The story of each “Victim’’ as the grand jury report lists them, starts so unexpectedly, so innocently, so naively. And it ends so horrifically, so painfully, so frighteningly. And you can’t stop it.
Eight victims, according to the grand jury findings of fact. Eight horror stories of allegations surrounding former Penn State defensive coordinator Jerry Sandusky.
Like Victim 2. A Penn State graduate assistant coach shows up at the football locker room unexpectedly, and hears slapping noises from the shower. Here’s what the report said:
“As the graduate assistant put the sneakers in his locker, he looked into the shower. He saw a naked boy, Victim 2, whose age he estimated to be ten years old, with his hands up against the wall, being subjected to anal intercourse by a naked Sandusky.’’
The assistant fled in fear and confusion. Much the same way a janitor fled after allegedly witnessing Sandusky engaged in a sexual act in the showers with a “young boy” — Victim 8, later described in the report as being “between the ages of 11 and 13.”
They fled? They didn’t help the boys? They didn’t call the police?
To read this report is to be sickened, but also to wonder why no one did anything to help.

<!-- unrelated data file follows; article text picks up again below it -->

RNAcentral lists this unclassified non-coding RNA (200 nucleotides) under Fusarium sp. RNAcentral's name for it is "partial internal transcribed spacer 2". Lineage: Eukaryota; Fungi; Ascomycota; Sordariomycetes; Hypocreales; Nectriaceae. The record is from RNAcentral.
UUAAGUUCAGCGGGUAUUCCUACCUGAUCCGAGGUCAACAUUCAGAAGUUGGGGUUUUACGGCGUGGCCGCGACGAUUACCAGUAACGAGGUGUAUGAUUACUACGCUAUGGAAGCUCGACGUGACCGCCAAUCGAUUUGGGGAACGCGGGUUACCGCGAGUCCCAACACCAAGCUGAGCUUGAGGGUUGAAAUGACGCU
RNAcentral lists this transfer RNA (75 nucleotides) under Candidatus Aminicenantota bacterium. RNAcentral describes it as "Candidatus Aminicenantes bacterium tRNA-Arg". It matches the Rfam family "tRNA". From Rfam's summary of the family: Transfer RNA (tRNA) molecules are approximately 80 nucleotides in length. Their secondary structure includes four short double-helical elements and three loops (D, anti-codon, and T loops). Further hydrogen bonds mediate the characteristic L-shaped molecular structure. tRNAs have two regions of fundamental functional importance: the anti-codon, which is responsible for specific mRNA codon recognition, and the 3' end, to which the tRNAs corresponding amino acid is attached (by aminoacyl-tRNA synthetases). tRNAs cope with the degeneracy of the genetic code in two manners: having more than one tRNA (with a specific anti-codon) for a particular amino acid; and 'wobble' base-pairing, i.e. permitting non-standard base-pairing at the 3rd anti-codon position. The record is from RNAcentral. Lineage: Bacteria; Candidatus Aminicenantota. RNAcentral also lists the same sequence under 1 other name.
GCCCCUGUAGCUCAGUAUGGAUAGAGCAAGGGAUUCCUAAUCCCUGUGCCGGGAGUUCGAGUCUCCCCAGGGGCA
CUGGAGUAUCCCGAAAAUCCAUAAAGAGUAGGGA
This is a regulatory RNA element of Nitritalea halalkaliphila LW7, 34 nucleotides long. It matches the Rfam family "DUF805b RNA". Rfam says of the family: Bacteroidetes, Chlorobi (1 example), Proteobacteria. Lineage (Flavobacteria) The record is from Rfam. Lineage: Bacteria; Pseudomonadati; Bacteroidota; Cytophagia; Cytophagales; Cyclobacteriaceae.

And while the graduate assistant and janitor don’t get a pass, they were reacting to an emotional and horrifying scene.
Joe Paterno was not. Penn State athletic director Tim Curley was not. Penn State’s senior VP of finances and business Gary Schultz was not. Penn State president Graham Spanier was not.
They were acting, if the grand jury is right, in the most cool, calculating, self-preserving way. Curley and Schultz were charged with perjury and failure to report for allegedly failing to alert police when they learned of the alleged facts pertaining to Victim 2 in a meeting with the graduate assistant. And late Sunday night, the two stepped down from their positions at Penn State.
According to the report, no one even asked the name of some of these boys.
If the report is right, Paterno, leader of men for the past half century, simply called his athletic director and passed on the information of the rape his graduate assistant described to him; like telling your boss on a co-worker who is stealing staples from the supply closet.
No, Paterno, and the other school officials, did nothing to help the boys, or to help any other boys in the future.
They actually told Sandusky that he couldn’t keep bringing boys from his charity onto the Penn State campus, into the football facilities, according to the grand jury findings.
Not that they told him to stop doing to those boys what is alleged.
Just stop doing it here.
If that claim is true, Paterno needs to resign right now, though he is not charged with any crime. And yes, he reported it to his boss. But it’s fair to expect more from him.
What is alleged is a crime that thrives in the dark, when people are looking the other way. It is a crime with the most vulnerable and defenseless victims. So any time someone knows anything, or even suspects, it demands someone with the courage to speak up.